Voters in Albert-Eden are receiving information from a group of golfers suggesting the Chamberlain Park is going to be chopped up and developed. A misleading campaign is causing unnecessary alarm about the future of well-loved and needed Auckland parkland. Here Dr Peter Haynes, Chair Albert – Eden Local Board sets out the facts.
“Let’s be very clear about this. The City Vision team did not vote to “remove golf” from Chamberlain Park, and nor do we want to chop it up for development,” says Albert-Eden Local Board Chair, Dr Peter Haynes, in response to an ongoing campaign of disinformation from a group of golfers.
“We want to make better use of a large piece of land near the city centre, to provide for the future growth of the area. The local population is exploding, with another 5,000 residents alone expected to be housed in just one development up the road from the Park. At the same time, numbers playing golf are in decline, and the course on the Park barely breaks even,” says Peter Haynes. As the NZ Herald put it just last week, “[Golf] is also under threat from changing lifestyles. Fewer people want to devote four or five hours to a game. Nine-hole courses are becoming more popular.”
Albert-Eden has the largest shortfall in sportsfield capacity in the Auckland region (with adjacent Waitemata Local Board having the second largest). “Albert-Eden kids miss out when it rains in winter. Things will get much worse if we don’t do something, and buying land in our area isn’t really an option. There’s precious little, and it’s hideously expensive. Chamberlain Park is the best opportunity we have for developing new parks to meet that demand,” says Peter Haynes.
The plans proposed for Chamberlain Park will provide for much improved golf facilities as well as opening up the parkland to the community for much greater recreational use.
City Vision is opposed to the sale of Chamberlain Park. The space is desperately needed for the local and wider community. When Auckland Council took over the operation of the golf course on Chamberlain Park a couple of years ago, it provided a chance to look at the best use of the precious open space.
Use of the course by golfers had been declining year-on-year for more than a decade, and continues to do so. The return (net operating surplus) from the golf course is now under $50,000 p.a., which is a tiny fraction of what a commercial operator would expect, and declining further.
The Local Board consulted twice on whether it should look at a wider range of uses and decided on the basis of those consultations to proceed to consult on four options for the master plan. A master plan is more of an aspirational plan, and does not commit the Local Board to any spending or timetable.
The Chamberlain Park Master Plan was adopted in August 2015. It includes a nine hole golf course, a driving range, practice area and beginners golf area that the experts say will improve the appeal of the course to many casual players and support the growth of golf as a pastime.
Golf has declined in popularity in recent years, and increasingly, many people prefer to play nine holes rather than 18.
The Master Plan includes the restoration of the Waititiko/Meola Creek, which meanders through the western portion of the park. This will include riparian planting, wetland and native forest planting. It will form part of a bird corridor linking other exposed parts of the Waititiko with the Meola Reef and Western Springs. Naturalisation of the stream area has strong support from local environmental groups.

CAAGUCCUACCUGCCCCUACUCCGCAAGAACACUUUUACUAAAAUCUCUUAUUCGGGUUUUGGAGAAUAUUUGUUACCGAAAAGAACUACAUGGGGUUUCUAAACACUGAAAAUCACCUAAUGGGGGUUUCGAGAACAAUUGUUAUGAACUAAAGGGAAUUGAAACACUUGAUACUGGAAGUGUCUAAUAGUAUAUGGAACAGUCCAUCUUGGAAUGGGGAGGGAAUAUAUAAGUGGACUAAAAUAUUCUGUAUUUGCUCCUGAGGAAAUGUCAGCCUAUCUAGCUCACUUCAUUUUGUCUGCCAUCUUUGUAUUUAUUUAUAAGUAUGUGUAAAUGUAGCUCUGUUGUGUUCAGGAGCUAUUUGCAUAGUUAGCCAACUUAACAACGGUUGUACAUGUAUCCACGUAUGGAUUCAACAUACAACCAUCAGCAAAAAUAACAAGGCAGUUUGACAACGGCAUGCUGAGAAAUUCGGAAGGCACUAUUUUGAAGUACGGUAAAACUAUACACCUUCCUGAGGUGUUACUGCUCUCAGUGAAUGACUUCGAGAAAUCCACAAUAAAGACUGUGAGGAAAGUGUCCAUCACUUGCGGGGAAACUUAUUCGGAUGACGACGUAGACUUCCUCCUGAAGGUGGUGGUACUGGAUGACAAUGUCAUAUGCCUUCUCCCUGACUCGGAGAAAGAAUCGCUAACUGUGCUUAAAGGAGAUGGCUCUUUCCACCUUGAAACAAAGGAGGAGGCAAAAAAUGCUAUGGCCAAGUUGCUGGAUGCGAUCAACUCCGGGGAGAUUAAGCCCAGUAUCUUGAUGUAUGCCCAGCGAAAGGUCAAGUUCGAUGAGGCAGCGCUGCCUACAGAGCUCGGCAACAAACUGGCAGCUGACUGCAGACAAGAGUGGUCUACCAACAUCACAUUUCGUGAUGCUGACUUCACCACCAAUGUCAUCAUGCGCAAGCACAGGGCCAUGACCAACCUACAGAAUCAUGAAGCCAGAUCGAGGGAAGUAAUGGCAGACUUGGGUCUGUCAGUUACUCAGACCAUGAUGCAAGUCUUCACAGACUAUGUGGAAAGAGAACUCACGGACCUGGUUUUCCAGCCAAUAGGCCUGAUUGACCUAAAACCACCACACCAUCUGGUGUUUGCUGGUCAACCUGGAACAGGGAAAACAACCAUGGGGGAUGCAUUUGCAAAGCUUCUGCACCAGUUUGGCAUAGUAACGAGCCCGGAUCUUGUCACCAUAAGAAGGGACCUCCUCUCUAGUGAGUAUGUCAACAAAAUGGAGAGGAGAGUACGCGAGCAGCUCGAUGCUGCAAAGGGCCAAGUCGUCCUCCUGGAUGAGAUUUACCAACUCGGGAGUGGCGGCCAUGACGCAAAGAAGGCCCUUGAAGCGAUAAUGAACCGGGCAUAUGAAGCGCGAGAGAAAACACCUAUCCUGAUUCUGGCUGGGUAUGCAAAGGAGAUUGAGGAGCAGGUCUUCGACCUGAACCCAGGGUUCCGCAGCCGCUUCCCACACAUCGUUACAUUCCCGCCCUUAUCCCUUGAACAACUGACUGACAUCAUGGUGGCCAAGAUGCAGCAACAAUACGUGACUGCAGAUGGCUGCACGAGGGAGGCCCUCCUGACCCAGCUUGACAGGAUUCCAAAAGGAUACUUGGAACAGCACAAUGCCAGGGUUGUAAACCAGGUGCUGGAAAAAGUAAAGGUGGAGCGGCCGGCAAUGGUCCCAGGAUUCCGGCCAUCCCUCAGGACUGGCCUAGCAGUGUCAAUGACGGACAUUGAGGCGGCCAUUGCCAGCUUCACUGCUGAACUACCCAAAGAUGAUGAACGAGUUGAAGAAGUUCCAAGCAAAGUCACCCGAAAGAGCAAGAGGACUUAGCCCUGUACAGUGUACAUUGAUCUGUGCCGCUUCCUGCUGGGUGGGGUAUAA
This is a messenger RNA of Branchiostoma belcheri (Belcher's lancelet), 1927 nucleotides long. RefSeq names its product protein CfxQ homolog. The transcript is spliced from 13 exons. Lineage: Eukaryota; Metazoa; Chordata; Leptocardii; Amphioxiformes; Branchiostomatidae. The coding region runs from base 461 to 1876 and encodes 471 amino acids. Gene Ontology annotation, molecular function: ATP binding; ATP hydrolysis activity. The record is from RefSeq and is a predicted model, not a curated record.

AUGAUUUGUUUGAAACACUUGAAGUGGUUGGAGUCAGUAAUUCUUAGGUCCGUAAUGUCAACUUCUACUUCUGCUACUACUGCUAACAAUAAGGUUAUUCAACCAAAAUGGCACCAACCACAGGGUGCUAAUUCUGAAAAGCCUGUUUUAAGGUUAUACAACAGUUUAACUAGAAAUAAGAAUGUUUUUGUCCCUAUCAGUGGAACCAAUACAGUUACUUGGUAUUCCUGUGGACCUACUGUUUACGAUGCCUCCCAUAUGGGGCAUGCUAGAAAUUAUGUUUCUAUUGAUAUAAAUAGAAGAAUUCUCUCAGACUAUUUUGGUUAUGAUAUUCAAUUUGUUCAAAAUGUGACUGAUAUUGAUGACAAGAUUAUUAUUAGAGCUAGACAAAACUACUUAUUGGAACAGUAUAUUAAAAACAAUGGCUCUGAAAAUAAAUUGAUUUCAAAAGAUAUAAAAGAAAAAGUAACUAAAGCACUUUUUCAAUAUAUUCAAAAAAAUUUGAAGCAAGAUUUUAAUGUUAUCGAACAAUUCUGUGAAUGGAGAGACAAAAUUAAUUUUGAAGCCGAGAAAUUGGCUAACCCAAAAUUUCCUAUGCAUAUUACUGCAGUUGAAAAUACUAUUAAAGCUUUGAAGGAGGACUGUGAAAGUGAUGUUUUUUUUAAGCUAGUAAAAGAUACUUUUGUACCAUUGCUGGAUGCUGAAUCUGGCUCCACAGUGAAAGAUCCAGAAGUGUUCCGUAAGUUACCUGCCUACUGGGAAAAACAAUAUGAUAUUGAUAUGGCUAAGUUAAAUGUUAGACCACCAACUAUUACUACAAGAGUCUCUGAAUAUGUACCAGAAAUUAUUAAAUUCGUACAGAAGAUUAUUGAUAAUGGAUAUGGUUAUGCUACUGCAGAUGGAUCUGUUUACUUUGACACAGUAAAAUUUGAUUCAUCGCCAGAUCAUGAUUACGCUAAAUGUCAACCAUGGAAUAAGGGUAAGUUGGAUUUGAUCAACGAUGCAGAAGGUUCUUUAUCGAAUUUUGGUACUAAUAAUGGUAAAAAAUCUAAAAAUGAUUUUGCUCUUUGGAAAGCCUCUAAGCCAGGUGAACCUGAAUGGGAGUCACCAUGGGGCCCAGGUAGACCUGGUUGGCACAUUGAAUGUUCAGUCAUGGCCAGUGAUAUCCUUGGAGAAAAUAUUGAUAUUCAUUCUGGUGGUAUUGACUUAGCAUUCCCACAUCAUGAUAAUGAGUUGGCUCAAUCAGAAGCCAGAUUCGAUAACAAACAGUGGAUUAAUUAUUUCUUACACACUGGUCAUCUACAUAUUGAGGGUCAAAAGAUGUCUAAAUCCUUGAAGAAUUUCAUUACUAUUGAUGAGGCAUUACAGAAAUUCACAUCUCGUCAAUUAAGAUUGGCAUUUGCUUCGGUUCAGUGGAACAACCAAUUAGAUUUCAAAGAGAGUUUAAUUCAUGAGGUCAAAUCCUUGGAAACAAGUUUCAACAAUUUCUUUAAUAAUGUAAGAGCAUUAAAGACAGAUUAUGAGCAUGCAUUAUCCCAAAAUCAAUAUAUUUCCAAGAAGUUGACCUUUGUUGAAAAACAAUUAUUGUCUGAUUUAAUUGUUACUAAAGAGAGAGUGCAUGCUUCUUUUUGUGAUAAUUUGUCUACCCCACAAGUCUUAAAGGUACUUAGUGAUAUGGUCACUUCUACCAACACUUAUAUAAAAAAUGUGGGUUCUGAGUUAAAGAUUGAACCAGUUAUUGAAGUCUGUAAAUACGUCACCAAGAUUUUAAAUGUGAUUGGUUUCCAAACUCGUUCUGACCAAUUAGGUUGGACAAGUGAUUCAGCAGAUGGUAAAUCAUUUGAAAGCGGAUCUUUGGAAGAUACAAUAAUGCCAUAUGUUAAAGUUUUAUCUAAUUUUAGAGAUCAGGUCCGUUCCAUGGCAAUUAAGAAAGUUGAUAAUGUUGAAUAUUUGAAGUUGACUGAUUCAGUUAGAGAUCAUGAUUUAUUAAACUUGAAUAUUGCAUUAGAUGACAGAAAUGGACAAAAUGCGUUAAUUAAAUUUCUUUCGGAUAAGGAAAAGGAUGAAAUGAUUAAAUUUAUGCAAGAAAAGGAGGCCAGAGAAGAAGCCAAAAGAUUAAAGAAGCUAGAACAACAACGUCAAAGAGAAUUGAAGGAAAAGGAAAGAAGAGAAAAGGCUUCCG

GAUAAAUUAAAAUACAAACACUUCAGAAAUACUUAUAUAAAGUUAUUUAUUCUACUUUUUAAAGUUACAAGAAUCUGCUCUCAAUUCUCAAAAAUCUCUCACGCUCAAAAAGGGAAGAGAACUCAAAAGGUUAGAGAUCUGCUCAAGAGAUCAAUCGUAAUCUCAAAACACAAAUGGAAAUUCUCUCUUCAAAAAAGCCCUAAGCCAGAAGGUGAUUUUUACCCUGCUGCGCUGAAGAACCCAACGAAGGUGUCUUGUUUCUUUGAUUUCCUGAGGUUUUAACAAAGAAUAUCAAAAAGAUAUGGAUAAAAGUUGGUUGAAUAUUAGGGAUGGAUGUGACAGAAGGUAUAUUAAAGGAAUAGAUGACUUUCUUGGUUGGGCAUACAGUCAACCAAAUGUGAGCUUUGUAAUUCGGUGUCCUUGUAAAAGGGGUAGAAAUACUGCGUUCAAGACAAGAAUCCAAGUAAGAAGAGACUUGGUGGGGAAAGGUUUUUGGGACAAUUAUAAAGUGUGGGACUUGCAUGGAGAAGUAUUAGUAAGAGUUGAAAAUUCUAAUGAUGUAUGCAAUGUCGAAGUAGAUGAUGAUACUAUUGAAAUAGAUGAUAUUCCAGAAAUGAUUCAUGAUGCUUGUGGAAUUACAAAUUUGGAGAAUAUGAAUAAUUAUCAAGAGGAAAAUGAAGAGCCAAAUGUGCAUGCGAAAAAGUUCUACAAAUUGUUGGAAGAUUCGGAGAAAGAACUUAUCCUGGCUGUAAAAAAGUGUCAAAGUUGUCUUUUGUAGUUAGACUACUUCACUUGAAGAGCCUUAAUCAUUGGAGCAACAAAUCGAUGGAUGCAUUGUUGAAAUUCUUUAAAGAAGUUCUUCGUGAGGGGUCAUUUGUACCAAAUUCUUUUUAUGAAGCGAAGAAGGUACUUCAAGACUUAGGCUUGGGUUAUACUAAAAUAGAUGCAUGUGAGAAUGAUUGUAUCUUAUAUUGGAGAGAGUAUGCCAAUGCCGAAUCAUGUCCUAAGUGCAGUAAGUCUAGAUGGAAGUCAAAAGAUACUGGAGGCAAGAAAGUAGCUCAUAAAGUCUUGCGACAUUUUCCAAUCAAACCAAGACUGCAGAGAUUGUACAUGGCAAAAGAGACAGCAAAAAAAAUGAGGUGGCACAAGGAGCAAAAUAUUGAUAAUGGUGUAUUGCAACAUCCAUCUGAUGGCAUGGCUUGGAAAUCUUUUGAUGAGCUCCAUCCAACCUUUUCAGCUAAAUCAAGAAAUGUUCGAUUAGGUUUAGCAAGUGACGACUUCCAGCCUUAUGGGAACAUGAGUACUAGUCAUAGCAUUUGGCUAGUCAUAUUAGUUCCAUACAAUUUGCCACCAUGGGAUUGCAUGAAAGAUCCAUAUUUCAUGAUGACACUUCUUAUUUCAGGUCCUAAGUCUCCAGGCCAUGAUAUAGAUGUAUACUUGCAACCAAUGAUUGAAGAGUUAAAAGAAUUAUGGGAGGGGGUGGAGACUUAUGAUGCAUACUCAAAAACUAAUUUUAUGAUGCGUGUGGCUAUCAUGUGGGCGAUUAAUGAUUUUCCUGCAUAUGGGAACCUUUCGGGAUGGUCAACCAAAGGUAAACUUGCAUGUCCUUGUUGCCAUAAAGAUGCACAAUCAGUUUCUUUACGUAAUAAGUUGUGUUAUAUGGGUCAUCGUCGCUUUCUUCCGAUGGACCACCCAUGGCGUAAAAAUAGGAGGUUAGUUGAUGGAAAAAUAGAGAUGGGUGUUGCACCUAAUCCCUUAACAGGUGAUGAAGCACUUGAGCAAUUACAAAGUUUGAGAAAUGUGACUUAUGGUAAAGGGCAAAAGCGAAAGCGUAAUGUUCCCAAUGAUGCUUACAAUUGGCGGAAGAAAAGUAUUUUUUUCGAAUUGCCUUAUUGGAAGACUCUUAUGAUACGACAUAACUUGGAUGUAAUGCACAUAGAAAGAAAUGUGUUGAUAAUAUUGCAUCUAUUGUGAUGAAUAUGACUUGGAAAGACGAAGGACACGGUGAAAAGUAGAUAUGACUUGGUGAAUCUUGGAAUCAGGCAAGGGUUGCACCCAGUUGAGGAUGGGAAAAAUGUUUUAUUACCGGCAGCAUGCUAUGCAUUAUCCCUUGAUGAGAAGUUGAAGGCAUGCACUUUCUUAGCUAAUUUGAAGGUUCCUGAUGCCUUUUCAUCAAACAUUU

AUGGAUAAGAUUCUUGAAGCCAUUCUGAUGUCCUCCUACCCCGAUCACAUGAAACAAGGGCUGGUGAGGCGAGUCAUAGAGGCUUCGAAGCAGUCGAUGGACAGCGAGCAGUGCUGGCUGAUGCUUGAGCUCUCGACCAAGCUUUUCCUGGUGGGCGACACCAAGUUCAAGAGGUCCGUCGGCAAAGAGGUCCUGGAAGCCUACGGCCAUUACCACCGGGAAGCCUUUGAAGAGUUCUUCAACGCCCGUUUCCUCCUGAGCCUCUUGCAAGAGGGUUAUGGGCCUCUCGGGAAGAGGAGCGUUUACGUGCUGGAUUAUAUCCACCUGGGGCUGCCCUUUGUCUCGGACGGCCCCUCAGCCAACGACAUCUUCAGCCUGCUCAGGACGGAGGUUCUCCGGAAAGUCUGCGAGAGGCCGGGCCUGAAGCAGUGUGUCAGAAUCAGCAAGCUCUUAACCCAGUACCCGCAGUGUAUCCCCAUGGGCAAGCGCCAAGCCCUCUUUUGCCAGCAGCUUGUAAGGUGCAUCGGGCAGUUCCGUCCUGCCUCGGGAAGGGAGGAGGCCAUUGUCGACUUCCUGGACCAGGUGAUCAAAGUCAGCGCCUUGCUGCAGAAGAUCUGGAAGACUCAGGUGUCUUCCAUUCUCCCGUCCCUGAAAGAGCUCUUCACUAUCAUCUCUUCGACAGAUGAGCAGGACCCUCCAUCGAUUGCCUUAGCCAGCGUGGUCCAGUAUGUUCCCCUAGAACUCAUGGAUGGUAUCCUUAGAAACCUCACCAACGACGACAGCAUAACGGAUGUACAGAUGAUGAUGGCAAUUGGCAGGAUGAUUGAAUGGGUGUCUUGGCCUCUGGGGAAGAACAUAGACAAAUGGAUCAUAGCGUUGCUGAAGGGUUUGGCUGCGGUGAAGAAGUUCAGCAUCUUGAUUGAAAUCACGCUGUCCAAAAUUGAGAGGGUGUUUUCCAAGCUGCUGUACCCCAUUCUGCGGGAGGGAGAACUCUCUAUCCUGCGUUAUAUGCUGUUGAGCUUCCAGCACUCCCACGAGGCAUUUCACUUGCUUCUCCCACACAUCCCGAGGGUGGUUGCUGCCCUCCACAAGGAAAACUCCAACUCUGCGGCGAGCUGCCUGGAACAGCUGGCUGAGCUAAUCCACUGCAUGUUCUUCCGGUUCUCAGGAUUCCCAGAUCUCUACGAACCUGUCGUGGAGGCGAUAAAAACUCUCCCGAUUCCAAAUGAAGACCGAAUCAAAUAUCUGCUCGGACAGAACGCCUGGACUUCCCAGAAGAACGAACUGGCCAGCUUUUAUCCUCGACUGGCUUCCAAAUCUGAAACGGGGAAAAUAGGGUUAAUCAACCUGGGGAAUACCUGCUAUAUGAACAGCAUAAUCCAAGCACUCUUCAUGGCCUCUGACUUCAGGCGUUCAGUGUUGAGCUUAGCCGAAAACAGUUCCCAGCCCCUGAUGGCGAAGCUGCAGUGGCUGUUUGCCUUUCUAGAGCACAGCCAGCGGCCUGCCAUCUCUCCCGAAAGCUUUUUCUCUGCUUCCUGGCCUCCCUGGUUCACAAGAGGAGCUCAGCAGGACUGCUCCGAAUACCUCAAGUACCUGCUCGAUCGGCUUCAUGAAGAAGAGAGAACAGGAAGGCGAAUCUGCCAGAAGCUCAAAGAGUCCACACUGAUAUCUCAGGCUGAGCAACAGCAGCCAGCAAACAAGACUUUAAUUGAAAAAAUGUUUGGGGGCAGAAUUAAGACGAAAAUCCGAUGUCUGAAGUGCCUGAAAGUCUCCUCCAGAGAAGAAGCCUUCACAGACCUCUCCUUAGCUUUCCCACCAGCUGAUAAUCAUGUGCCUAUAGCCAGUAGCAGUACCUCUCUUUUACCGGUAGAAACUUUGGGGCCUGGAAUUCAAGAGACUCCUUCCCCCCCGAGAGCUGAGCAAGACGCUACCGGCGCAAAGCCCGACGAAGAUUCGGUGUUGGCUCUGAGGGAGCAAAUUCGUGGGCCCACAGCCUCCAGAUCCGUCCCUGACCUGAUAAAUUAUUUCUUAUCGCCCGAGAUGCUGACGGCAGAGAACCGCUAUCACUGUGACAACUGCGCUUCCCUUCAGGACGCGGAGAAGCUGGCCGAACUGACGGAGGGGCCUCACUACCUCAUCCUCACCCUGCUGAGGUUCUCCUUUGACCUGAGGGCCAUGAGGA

Also included are a playground, informal recreation area and BBQ areas and community garden at the western end of the park. This would replace the basic, 1950s-style playground at Rawalpindi Reserve, which is limited and marred by the stench of sewage.
In addition, the Master Plan provides for sportsfields and a site for an aquatic centre. Most sports codes are lacking playing field capacity on the isthmus. Cricket, for example, says that it is 12 pitches short.
The Local Board has worked hard to upgrade the sportsfields in its area in order to increase hours of play and avoid closure in wet weather, but only a handful are suitable. Too many of our sportsfields are sited on small parks close to neighbours. So sportsfields at Chamberlain Park represent the best opportunity to increase capacity and ease the pressure elsewhere in the network. There will still be a shortfall in our area even after the upgrade programme is completed.
At least two new artificial sportsfields are planned at Chamberlain Park.
The current aquatic centre in Mt Albert will most likely need to move within 5 to 10 years. Auckland Council will be building a replacement aquatic centre. Securing a site in Chamberlain Park gives local people some hope of retaining the replacement pool in the Mt Albert area. Others in nearby areas have been lobbying concertedly to have the pool built elsewhere.
Under City Vision’s leadership the Local Board is endeavouring to do what is best for all of the people who live in our area both now and in the future.
Chamberlain park will be improved and extended to make it a better play and recreation area and so those living locally will get a better park – not worse. Design work has already started on the playground after discussions with park users at the Open Day in March. Council are doing standard maintenance in the meantime, to keep it functional and are working with Watercare on their project happening in the park (the Central Interceptor combined sewer overflow project).
“This would replace the basic, 1950s-style playground at Rawalpindi Reserve, which is limited and marred by the stench of sewage.”
So what is being done with the Rawalpindi Reserve? It has been let go really badly. A good usable space is really needed there for all the kids in tiny flats & rentals around here. It wouldn’t be hard to tidy it up.
What are you doing about “the stench of sewage” there?